Can you give an overview of your coaching experience so far?

KK: “It’s been three years as assistant manager at one club and then went into do the development team. I’m going to be honest it was great being with a first team, it was a good experience and then going into development for me was even more of an achievement seeing players doing so well to get them into the first team.

That’s me going back to being a player obviously you’re out there on your own but then when you become a coach people rely on you more so and I just feel from my experiences of playing football it’s just great to see these players move up to the next level and just seeing them enjoying it as well so yeah it’s a nice achievement. That’s why I’ve enjoyed coaching more than I did actually playing because I didn’t win any medals.”

KH: “I did do my level 1 back in my early twenties when I played women’s football because we needed a coach then and now, I’m coming back into it so I’m sort I’ve starting over again really.”

SC: “The manager of my son’s team told me to go do my coaching badges which I was nervous to do and it’s the best decision I’ve done.”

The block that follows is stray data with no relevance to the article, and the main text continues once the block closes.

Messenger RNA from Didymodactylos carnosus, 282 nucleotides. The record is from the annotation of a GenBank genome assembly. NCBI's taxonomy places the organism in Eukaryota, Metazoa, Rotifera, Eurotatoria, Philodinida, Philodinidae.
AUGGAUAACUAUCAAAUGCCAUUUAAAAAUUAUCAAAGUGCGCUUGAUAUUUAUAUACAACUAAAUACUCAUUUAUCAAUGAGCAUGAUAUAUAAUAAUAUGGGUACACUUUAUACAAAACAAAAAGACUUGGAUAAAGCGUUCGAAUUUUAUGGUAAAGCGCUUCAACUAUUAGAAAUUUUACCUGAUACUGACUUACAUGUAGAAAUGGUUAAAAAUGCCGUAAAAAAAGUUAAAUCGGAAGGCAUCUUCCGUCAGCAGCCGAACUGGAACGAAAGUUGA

What advice would you give to other females looking to get into coaching?

SC: “Go for it! It’s the social aspect – you meet people, we’ve all made friends of this course. We have a little WhatsApp group but it’s a challenge and if you don’t challenge yourself then you’ll never know.”

KK: “From my point of view – I think we need to give back to what I got out of it when I was sixteen to all the way through I’ve got many friends now through football and I feel as though I wouldn’t want to sit there and watch it when I could probably give something back you know.

Playing at grassroots football for so long I just think for someone should I do coaching or something like that, I think like Sarah said just try it and I think a lot of people would be shocked. I mean it was daunting for us three. To stand here now to say we walked in on our first day as females walking into we say a guys environment but I can be honest with you know everyone made us feel welcome. Actually we’ve come out of that as friends and we know most of those people now will be our friends for quite a long time unless we play them in a game I guess.

Like I said it’s something I would say – try it and see how you are. The women’s game is getting better any way and that’s because of coaching.”

KH: “I think also it’s important for young girls going into football to have and see female coaches sort of inspires them because at the moment they still think of it as quite a male dominated environment. I know my daughters at school and all the boys don’t like them playing. So the more female players and coaches they see the better it will be.”